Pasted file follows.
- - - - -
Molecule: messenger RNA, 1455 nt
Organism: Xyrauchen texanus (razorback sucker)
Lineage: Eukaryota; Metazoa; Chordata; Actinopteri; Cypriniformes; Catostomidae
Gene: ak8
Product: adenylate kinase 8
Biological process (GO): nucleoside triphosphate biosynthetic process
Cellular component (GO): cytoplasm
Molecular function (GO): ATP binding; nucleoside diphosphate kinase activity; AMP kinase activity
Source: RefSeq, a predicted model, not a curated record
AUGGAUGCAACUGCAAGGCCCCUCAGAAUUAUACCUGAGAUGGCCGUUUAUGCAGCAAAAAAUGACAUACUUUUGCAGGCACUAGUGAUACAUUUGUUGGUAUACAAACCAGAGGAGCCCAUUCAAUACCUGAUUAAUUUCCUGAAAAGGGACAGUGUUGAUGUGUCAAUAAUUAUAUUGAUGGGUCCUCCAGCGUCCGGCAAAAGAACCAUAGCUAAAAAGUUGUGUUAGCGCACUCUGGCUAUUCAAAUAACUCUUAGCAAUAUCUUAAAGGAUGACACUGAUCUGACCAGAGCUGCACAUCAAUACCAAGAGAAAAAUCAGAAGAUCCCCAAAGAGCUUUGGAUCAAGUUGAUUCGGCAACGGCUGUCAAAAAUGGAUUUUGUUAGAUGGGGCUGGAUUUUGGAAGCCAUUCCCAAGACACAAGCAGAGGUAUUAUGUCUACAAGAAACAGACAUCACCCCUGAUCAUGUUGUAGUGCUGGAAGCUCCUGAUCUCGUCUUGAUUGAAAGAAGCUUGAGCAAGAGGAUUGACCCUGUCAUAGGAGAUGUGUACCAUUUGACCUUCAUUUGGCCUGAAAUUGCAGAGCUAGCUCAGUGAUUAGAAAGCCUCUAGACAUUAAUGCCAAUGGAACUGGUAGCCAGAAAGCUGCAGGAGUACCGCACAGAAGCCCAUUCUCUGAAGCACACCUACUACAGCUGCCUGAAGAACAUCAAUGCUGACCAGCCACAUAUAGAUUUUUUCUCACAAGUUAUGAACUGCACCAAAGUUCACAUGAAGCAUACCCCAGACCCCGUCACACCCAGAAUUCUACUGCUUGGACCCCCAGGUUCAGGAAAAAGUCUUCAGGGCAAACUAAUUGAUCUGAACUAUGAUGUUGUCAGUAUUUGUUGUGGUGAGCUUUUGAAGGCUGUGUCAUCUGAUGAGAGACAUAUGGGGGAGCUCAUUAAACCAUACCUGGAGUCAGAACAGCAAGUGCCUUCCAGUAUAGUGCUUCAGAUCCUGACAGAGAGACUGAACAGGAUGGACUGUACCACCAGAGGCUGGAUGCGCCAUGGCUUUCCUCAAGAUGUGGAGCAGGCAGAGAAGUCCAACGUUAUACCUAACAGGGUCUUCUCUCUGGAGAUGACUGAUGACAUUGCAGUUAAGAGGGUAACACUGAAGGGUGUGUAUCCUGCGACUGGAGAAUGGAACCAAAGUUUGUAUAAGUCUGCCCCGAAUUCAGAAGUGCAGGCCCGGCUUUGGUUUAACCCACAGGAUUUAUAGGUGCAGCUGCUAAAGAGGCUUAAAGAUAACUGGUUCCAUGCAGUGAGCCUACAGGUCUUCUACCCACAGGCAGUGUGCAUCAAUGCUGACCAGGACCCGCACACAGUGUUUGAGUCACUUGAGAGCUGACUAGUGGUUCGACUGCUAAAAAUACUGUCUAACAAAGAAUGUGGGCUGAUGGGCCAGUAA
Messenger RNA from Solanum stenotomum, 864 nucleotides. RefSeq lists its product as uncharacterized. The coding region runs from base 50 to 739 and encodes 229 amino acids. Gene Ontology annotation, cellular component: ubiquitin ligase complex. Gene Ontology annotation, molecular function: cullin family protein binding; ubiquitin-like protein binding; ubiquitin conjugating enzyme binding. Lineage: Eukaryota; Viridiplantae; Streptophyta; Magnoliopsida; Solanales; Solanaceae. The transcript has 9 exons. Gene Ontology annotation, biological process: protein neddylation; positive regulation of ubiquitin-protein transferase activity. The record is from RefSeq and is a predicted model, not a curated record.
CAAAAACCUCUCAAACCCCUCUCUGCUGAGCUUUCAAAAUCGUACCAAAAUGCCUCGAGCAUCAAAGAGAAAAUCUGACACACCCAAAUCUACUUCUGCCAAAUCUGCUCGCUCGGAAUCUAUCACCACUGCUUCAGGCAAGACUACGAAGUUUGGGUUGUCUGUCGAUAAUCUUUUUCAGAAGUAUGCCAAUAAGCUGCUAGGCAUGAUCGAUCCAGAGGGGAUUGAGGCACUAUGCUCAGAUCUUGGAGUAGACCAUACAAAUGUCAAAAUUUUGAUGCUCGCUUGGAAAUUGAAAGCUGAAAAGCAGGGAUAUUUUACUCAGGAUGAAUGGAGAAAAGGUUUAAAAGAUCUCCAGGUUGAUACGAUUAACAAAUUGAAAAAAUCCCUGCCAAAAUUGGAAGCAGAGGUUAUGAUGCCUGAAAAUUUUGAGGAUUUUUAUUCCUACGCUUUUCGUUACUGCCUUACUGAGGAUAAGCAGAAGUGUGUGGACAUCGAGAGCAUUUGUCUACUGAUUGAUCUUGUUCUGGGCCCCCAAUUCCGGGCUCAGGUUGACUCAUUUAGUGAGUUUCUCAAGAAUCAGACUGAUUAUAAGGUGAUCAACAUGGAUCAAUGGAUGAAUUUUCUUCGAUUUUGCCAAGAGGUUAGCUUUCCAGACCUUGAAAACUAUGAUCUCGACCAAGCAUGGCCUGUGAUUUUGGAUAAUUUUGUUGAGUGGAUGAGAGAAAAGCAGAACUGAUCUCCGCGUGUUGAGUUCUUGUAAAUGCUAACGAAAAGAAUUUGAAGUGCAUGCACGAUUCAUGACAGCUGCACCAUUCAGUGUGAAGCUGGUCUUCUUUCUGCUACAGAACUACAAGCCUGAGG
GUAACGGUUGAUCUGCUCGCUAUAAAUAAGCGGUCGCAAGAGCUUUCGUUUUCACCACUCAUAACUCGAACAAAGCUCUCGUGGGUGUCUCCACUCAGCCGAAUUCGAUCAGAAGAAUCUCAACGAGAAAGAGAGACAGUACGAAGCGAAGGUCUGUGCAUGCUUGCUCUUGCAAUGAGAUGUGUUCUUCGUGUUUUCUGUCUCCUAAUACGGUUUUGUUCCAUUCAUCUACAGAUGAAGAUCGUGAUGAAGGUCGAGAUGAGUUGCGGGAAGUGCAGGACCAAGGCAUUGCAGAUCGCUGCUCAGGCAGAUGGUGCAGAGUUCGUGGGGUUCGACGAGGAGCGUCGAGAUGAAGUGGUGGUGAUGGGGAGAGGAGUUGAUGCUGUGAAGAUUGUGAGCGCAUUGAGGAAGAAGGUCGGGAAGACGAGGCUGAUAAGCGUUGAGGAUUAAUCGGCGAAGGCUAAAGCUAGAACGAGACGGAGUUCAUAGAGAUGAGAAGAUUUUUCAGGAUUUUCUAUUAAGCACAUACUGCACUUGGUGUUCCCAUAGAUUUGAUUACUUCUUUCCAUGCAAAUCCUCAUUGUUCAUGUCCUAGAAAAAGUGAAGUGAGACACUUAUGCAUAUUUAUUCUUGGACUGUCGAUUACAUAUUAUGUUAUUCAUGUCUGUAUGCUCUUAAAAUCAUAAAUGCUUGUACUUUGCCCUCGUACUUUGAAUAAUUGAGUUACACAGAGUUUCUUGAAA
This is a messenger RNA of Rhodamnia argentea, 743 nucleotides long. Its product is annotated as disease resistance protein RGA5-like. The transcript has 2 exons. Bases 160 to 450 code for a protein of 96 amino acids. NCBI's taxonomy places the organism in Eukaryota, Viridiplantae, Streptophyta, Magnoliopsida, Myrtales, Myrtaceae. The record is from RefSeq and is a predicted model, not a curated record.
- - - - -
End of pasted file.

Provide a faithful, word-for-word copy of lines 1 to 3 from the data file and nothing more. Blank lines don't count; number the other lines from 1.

Molecule: messenger RNA, 1455 nt
Organism: Xyrauchen texanus (razorback sucker)
Lineage: Eukaryota; Metazoa; Chordata; Actinopteri; Cypriniformes; Catostomidae